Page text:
SCOTT SIMON, HOST:
Zimbabwe is giving its former President Robert Mugabe a final goodbye with a state funeral. Mugabe ruled Zimbabwe for more than 30 years. And for the past three days, Zimbabweans have been remembering the controversial leader. NPR's Eyder Peralta joins us from the National Sports Stadium in Harare. Eyder, thanks so much for being with us.
EYDER PERALTA, BYLINE: Thank you you for having me, Scott.
SIMON: What's the scene like there?
PERALTA: Well, you know, it actually feels a little disjointed because the government pulled out all the stops for this state funeral. They had military and police bands. They brought in world leaders - the presidents of Kenya, South Africa, Ethiopia, Angola Mozambique among them. And Mugabe's body was brought into this stadium in a coffin. It was draped, you know, in a Zimbabwean flag. And it was escorted by generals and President Emmerson Mnangagwa. The disjointed part comes because this funeral comes, you know, about two years after Robert Mugabe was ousted in a military coup. And these generals, this president - they were the ones who ousted him. So that was definitely of Walter Chidhakwa, who spoke on behalf of the family. Let's listen.
(SOUNDBITE OF ARCHIVED RECORDING)
WALTER CHIDHAKWA: I must say it. And I spent lots of time with him towards the end of his life. He was a sad man.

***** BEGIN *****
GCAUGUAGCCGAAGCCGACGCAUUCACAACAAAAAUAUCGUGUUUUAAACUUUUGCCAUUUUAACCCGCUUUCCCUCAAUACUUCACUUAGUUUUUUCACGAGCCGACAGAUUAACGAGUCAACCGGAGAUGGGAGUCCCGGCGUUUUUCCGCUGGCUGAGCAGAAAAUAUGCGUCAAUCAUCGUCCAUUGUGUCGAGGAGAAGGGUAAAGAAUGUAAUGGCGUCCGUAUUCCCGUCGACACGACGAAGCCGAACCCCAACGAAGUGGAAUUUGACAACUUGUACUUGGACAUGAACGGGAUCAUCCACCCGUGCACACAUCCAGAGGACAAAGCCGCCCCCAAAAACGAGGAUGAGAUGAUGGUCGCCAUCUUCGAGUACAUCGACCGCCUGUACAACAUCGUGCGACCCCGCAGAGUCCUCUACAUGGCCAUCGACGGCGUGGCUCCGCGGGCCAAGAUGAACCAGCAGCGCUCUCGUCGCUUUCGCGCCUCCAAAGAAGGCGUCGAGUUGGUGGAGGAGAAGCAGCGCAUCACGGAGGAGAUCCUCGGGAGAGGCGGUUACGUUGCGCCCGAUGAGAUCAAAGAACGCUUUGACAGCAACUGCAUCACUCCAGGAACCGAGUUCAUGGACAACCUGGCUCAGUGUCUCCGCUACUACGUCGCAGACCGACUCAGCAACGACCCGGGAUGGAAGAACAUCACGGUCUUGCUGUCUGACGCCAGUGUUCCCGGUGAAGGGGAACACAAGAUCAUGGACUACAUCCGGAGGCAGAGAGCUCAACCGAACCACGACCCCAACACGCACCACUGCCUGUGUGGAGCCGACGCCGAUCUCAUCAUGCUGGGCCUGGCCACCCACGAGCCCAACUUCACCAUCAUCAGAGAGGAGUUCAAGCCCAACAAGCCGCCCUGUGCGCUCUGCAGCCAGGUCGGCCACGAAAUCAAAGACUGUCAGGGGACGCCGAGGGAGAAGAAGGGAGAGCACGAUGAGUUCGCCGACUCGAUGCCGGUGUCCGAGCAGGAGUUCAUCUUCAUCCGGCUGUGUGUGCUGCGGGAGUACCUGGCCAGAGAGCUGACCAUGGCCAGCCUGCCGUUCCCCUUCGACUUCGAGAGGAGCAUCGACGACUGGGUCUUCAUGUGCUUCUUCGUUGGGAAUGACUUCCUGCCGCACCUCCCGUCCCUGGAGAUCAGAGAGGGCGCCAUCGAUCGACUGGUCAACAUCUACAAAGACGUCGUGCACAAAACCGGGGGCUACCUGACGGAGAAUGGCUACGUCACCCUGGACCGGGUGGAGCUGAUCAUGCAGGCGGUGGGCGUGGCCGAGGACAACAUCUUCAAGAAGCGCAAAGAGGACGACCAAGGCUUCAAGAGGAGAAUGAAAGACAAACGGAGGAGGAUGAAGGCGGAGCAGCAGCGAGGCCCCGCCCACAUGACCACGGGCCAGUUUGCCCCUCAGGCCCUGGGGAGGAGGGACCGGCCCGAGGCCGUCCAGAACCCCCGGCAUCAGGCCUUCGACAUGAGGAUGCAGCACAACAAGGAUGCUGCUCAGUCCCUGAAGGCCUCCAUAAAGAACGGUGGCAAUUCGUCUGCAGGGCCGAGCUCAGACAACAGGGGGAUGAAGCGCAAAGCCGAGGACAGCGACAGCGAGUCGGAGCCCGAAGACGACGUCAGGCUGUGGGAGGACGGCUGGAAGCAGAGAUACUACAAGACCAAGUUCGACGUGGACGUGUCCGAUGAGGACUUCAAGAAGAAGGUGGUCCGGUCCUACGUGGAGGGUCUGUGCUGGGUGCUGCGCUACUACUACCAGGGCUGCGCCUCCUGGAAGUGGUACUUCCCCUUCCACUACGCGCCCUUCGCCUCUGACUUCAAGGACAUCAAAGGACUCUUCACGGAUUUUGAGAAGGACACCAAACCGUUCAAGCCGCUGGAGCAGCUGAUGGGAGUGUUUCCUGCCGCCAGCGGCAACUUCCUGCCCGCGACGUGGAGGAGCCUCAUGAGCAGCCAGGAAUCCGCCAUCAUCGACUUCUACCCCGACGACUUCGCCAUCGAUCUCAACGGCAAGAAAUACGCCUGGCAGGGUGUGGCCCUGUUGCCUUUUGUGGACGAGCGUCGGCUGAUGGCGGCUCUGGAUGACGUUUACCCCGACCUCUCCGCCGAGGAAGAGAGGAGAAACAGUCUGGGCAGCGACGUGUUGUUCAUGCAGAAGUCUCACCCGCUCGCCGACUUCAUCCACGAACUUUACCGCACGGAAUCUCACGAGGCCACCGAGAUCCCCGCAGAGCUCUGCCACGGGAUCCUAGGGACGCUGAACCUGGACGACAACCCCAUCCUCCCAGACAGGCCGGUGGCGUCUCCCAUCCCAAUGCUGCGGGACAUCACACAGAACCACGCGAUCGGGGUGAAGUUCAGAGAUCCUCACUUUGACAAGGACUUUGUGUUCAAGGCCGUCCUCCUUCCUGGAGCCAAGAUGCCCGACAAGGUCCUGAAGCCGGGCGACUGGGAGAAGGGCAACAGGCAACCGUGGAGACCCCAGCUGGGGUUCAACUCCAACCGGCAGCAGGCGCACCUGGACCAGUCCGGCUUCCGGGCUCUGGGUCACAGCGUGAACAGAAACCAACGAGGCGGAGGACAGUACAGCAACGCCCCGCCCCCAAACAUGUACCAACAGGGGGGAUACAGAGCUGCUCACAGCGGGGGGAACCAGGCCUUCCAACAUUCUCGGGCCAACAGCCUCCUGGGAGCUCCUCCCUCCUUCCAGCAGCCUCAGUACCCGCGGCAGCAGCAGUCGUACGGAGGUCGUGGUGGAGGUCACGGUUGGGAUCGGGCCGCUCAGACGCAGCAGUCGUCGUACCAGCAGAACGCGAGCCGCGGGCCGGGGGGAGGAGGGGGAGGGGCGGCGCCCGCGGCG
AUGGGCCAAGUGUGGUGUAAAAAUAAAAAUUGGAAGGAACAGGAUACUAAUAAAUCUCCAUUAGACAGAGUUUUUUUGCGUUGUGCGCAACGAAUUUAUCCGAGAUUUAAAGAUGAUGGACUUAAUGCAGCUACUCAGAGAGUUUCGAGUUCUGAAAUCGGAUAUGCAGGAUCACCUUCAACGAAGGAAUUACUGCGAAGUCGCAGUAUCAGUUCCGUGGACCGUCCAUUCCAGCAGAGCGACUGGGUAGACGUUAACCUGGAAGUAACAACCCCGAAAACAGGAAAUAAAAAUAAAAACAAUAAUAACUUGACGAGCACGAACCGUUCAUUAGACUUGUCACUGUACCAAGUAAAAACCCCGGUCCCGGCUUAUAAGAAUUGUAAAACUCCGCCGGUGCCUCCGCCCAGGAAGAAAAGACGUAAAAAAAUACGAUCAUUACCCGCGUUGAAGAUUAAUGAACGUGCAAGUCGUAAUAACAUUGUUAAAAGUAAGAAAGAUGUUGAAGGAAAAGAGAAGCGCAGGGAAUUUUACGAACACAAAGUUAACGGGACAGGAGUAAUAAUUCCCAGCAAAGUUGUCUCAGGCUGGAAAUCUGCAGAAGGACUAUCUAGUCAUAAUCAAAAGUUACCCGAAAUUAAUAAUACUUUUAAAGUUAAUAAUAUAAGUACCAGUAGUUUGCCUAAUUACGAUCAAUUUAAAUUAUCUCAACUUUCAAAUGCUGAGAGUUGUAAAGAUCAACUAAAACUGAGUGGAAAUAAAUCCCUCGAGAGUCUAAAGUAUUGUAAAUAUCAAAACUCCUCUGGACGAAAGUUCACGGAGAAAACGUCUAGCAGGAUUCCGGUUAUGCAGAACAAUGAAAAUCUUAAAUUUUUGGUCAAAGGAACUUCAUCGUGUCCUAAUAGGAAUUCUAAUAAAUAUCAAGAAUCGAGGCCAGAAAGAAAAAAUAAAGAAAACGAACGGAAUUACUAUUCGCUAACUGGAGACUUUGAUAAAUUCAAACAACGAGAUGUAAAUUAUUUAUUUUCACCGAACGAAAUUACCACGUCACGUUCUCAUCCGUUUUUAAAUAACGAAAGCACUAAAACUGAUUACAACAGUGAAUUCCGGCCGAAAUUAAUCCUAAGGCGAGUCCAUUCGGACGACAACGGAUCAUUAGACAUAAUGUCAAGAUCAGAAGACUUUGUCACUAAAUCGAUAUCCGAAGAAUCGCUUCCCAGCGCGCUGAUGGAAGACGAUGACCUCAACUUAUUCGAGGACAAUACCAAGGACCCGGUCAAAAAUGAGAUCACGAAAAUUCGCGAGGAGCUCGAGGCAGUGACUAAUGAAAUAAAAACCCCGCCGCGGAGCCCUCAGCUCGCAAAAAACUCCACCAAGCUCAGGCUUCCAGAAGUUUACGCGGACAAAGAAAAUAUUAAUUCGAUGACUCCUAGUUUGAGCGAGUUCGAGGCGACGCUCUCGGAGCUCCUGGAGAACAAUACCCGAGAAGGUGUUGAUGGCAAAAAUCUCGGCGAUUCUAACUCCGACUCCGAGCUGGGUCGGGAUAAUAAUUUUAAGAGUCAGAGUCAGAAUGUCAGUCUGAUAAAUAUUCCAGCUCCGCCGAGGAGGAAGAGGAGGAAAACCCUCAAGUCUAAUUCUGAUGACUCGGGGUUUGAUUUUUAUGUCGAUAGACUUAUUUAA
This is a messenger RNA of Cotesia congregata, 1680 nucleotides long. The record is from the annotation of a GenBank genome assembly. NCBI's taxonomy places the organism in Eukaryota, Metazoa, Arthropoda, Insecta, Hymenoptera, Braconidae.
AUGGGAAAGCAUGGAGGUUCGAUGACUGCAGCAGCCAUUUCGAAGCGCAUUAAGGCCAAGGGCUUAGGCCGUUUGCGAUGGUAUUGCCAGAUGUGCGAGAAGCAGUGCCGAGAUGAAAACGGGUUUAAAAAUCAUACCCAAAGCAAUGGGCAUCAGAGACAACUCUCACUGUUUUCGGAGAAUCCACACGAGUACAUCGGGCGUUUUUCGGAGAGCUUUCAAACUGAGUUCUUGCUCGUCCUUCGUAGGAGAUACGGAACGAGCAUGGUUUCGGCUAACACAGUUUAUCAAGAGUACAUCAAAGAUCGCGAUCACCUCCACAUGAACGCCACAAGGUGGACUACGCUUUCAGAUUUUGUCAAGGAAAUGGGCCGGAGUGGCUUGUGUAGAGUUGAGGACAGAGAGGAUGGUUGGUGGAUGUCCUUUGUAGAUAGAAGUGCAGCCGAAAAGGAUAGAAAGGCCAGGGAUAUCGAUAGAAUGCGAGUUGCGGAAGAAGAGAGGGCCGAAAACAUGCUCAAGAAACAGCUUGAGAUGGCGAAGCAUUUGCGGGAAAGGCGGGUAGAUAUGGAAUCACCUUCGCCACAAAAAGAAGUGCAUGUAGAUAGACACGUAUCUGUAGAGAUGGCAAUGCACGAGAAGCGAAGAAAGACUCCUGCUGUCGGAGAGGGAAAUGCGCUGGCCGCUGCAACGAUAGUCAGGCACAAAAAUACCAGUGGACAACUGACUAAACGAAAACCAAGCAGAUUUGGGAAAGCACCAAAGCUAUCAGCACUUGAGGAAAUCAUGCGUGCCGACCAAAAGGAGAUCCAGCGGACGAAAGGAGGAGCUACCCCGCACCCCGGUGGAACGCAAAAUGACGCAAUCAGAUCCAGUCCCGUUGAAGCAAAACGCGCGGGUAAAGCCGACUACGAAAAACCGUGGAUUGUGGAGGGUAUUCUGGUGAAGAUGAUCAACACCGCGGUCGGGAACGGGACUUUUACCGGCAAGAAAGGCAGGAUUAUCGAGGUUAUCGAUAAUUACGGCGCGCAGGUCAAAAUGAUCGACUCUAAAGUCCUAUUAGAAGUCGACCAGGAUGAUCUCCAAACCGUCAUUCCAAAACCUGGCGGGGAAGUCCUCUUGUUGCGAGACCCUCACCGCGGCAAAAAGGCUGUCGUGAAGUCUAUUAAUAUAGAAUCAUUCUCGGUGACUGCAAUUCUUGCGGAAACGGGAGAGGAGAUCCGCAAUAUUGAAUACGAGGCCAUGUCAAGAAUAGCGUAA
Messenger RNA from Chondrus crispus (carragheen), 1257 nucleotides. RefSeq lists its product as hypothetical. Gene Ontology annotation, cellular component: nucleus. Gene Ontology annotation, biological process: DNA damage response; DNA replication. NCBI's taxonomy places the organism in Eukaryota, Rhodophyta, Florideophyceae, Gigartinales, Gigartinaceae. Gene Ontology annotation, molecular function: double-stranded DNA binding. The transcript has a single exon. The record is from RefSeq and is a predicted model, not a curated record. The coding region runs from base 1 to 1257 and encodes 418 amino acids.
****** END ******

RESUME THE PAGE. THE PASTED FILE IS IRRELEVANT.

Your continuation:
PERALTA: Another thing I should note, Scott, is that this is a huge stadium in the capital city. And it is half-empty.
SIMON: What about people outside the stadium? I understand you spoke with them, too.
PERALTA: I did. And, you know, the feeling outside is very different from the feeling here. You know, here, we was remembered as a liberator, as a hero, as a pan-Africanist. And, you know, Mugabe became a tyrant. And he was cruel to his own people. And right now Zimbabwe is hurting. It's got the second-worst inflation rate after Venezuela. And, you know, one woman I spoke to yesterday - she came to view his body. She was in tears. And she said her hurt because Mugabe had liberated Zimbabwe from white minority rule. And she was able to go to school to live in areas that were formerly all-white. And then she pointed to his legs. They were swollen. She didn't know why, and she couldn't get medical attention. And she pointed toward Mugabe's coffin and said, that's because of him. So she was conflicted. She was crying because her heart hurt, but also, she resented him.
SIMON: And, Eyder, I understand President Mugabe's not going to be put in the ground today. There's been some confusion about when he'll be buried, where he'll buried. Fill us in on that, if you could, please.
PERALTA: Yeah. I mean, it's been a huge drama. He was supposed to be buried at Heroes Acre, which is a place where all of Zimbabwe's war heroes are buried. But the family says that they were hurt because of the coup. And they said that they didn't want him buried there. Evenutally, they relented, and they said yes, he will be buried there. But yesterday, they apparently changed their mind and announced that the burial that was supposed to happen tomorrow has been canceled and that Robert Mugabe will be buried at some point maybe in the next month, maybe at Heroes Acre.
SIMON: NPR's Eyder Peralta speaking with us from the National Sports Stadium - half-full, he reports - in Harare for these final services for Robert Mugabe. Eyder, thank you so much for being with us.
PERALTA: Thank you, Scott.
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